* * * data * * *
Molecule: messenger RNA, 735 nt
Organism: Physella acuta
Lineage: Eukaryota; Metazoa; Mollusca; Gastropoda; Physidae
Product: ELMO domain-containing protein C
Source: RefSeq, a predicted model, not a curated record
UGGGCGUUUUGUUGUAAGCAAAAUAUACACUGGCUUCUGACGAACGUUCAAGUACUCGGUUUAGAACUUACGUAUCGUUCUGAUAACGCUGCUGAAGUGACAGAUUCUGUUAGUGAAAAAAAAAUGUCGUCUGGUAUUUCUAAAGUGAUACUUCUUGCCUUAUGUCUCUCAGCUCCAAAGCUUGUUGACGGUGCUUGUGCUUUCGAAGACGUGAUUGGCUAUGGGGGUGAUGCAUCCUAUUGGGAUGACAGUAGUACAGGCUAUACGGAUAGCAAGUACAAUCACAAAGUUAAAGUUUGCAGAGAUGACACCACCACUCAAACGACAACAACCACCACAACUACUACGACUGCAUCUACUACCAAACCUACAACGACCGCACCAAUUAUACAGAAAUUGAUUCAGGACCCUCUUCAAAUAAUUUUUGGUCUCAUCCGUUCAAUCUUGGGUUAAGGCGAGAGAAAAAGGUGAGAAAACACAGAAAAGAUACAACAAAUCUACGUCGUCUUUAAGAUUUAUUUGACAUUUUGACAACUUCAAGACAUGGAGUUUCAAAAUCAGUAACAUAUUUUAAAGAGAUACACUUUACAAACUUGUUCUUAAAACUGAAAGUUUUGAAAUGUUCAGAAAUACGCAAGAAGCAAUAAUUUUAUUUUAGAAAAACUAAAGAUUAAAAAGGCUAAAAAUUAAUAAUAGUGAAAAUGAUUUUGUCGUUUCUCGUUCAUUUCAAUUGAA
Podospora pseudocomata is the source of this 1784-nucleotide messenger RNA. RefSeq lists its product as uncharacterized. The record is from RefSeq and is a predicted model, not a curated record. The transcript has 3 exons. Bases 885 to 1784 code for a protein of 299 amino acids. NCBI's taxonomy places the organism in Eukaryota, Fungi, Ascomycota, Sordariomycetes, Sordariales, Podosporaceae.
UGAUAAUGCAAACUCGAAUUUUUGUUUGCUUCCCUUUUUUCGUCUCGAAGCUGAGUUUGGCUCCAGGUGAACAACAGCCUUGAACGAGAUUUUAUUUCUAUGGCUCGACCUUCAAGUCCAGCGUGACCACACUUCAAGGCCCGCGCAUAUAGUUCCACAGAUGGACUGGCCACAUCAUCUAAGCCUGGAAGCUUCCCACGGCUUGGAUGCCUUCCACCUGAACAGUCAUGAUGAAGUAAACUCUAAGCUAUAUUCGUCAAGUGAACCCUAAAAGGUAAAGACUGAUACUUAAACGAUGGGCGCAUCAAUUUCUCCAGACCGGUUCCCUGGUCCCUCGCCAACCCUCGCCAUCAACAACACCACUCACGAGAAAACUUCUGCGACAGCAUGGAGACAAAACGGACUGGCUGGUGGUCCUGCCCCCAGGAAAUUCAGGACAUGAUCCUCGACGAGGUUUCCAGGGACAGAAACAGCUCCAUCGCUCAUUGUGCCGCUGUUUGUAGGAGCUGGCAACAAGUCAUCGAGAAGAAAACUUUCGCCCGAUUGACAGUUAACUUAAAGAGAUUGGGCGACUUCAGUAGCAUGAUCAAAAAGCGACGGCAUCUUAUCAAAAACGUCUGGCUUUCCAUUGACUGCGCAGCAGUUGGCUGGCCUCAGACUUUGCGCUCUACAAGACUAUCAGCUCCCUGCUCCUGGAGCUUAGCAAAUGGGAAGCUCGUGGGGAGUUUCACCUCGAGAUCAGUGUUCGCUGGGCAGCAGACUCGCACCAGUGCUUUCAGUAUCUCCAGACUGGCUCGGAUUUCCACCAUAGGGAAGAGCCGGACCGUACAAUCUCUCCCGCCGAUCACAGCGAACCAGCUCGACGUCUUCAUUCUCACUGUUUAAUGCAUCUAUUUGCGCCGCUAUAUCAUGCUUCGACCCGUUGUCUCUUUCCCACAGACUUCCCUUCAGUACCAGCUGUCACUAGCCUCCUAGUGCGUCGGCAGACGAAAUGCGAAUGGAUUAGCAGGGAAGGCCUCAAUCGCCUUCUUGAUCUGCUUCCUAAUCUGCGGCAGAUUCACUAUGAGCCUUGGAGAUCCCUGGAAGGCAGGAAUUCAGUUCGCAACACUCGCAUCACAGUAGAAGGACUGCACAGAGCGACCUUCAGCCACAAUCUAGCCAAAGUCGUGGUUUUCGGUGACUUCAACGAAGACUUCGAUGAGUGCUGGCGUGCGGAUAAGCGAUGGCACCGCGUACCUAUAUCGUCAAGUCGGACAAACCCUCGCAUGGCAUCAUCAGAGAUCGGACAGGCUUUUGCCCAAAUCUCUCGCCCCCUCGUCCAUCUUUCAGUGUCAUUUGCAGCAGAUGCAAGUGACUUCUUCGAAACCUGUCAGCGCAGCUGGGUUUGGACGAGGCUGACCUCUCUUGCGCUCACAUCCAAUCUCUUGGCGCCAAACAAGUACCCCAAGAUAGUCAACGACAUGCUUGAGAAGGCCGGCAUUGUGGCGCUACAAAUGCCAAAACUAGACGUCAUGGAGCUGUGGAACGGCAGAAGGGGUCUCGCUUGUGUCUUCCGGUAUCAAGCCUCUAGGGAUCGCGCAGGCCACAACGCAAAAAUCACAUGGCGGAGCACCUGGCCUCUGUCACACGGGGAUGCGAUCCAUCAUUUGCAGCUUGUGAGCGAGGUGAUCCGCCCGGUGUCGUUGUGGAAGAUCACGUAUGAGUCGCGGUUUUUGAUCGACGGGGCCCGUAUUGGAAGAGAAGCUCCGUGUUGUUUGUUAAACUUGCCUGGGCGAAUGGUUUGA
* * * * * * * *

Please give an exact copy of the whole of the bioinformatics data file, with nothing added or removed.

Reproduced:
Molecule: messenger RNA, 735 nt
Organism: Physella acuta
Lineage: Eukaryota; Metazoa; Mollusca; Gastropoda; Physidae
Product: ELMO domain-containing protein C
Source: RefSeq, a predicted model, not a curated record
UGGGCGUUUUGUUGUAAGCAAAAUAUACACUGGCUUCUGACGAACGUUCAAGUACUCGGUUUAGAACUUACGUAUCGUUCUGAUAACGCUGCUGAAGUGACAGAUUCUGUUAGUGAAAAAAAAAUGUCGUCUGGUAUUUCUAAAGUGAUACUUCUUGCCUUAUGUCUCUCAGCUCCAAAGCUUGUUGACGGUGCUUGUGCUUUCGAAGACGUGAUUGGCUAUGGGGGUGAUGCAUCCUAUUGGGAUGACAGUAGUACAGGCUAUACGGAUAGCAAGUACAAUCACAAAGUUAAAGUUUGCAGAGAUGACACCACCACUCAAACGACAACAACCACCACAACUACUACGACUGCAUCUACUACCAAACCUACAACGACCGCACCAAUUAUACAGAAAUUGAUUCAGGACCCUCUUCAAAUAAUUUUUGGUCUCAUCCGUUCAAUCUUGGGUUAAGGCGAGAGAAAAAGGUGAGAAAACACAGAAAAGAUACAACAAAUCUACGUCGUCUUUAAGAUUUAUUUGACAUUUUGACAACUUCAAGACAUGGAGUUUCAAAAUCAGUAACAUAUUUUAAAGAGAUACACUUUACAAACUUGUUCUUAAAACUGAAAGUUUUGAAAUGUUCAGAAAUACGCAAGAAGCAAUAAUUUUAUUUUAGAAAAACUAAAGAUUAAAAAGGCUAAAAAUUAAUAAUAGUGAAAAUGAUUUUGUCGUUUCUCGUUCAUUUCAAUUGAA
Podospora pseudocomata is the source of this 1784-nucleotide messenger RNA. RefSeq lists its product as uncharacterized. The record is from RefSeq and is a predicted model, not a curated record. The transcript has 3 exons. Bases 885 to 1784 code for a protein of 299 amino acids. NCBI's taxonomy places the organism in Eukaryota, Fungi, Ascomycota, Sordariomycetes, Sordariales, Podosporaceae.
UGAUAAUGCAAACUCGAAUUUUUGUUUGCUUCCCUUUUUUCGUCUCGAAGCUGAGUUUGGCUCCAGGUGAACAACAGCCUUGAACGAGAUUUUAUUUCUAUGGCUCGACCUUCAAGUCCAGCGUGACCACACUUCAAGGCCCGCGCAUAUAGUUCCACAGAUGGACUGGCCACAUCAUCUAAGCCUGGAAGCUUCCCACGGCUUGGAUGCCUUCCACCUGAACAGUCAUGAUGAAGUAAACUCUAAGCUAUAUUCGUCAAGUGAACCCUAAAAGGUAAAGACUGAUACUUAAACGAUGGGCGCAUCAAUUUCUCCAGACCGGUUCCCUGGUCCCUCGCCAACCCUCGCCAUCAACAACACCACUCACGAGAAAACUUCUGCGACAGCAUGGAGACAAAACGGACUGGCUGGUGGUCCUGCCCCCAGGAAAUUCAGGACAUGAUCCUCGACGAGGUUUCCAGGGACAGAAACAGCUCCAUCGCUCAUUGUGCCGCUGUUUGUAGGAGCUGGCAACAAGUCAUCGAGAAGAAAACUUUCGCCCGAUUGACAGUUAACUUAAAGAGAUUGGGCGACUUCAGUAGCAUGAUCAAAAAGCGACGGCAUCUUAUCAAAAACGUCUGGCUUUCCAUUGACUGCGCAGCAGUUGGCUGGCCUCAGACUUUGCGCUCUACAAGACUAUCAGCUCCCUGCUCCUGGAGCUUAGCAAAUGGGAAGCUCGUGGGGAGUUUCACCUCGAGAUCAGUGUUCGCUGGGCAGCAGACUCGCACCAGUGCUUUCAGUAUCUCCAGACUGGCUCGGAUUUCCACCAUAGGGAAGAGCCGGACCGUACAAUCUCUCCCGCCGAUCACAGCGAACCAGCUCGACGUCUUCAUUCUCACUGUUUAAUGCAUCUAUUUGCGCCGCUAUAUCAUGCUUCGACCCGUUGUCUCUUUCCCACAGACUUCCCUUCAGUACCAGCUGUCACUAGCCUCCUAGUGCGUCGGCAGACGAAAUGCGAAUGGAUUAGCAGGGAAGGCCUCAAUCGCCUUCUUGAUCUGCUUCCUAAUCUGCGGCAGAUUCACUAUGAGCCUUGGAGAUCCCUGGAAGGCAGGAAUUCAGUUCGCAACACUCGCAUCACAGUAGAAGGACUGCACAGAGCGACCUUCAGCCACAAUCUAGCCAAAGUCGUGGUUUUCGGUGACUUCAACGAAGACUUCGAUGAGUGCUGGCGUGCGGAUAAGCGAUGGCACCGCGUACCUAUAUCGUCAAGUCGGACAAACCCUCGCAUGGCAUCAUCAGAGAUCGGACAGGCUUUUGCCCAAAUCUCUCGCCCCCUCGUCCAUCUUUCAGUGUCAUUUGCAGCAGAUGCAAGUGACUUCUUCGAAACCUGUCAGCGCAGCUGGGUUUGGACGAGGCUGACCUCUCUUGCGCUCACAUCCAAUCUCUUGGCGCCAAACAAGUACCCCAAGAUAGUCAACGACAUGCUUGAGAAGGCCGGCAUUGUGGCGCUACAAAUGCCAAAACUAGACGUCAUGGAGCUGUGGAACGGCAGAAGGGGUCUCGCUUGUGUCUUCCGGUAUCAAGCCUCUAGGGAUCGCGCAGGCCACAACGCAAAAAUCACAUGGCGGAGCACCUGGCCUCUGUCACACGGGGAUGCGAUCCAUCAUUUGCAGCUUGUGAGCGAGGUGAUCCGCCCGGUGUCGUUGUGGAAGAUCACGUAUGAGUCGCGGUUUUUGAUCGACGGGGCCCGUAUUGGAAGAGAAGCUCCGUGUUGUUUGUUAAACUUGCCUGGGCGAAUGGUUUGA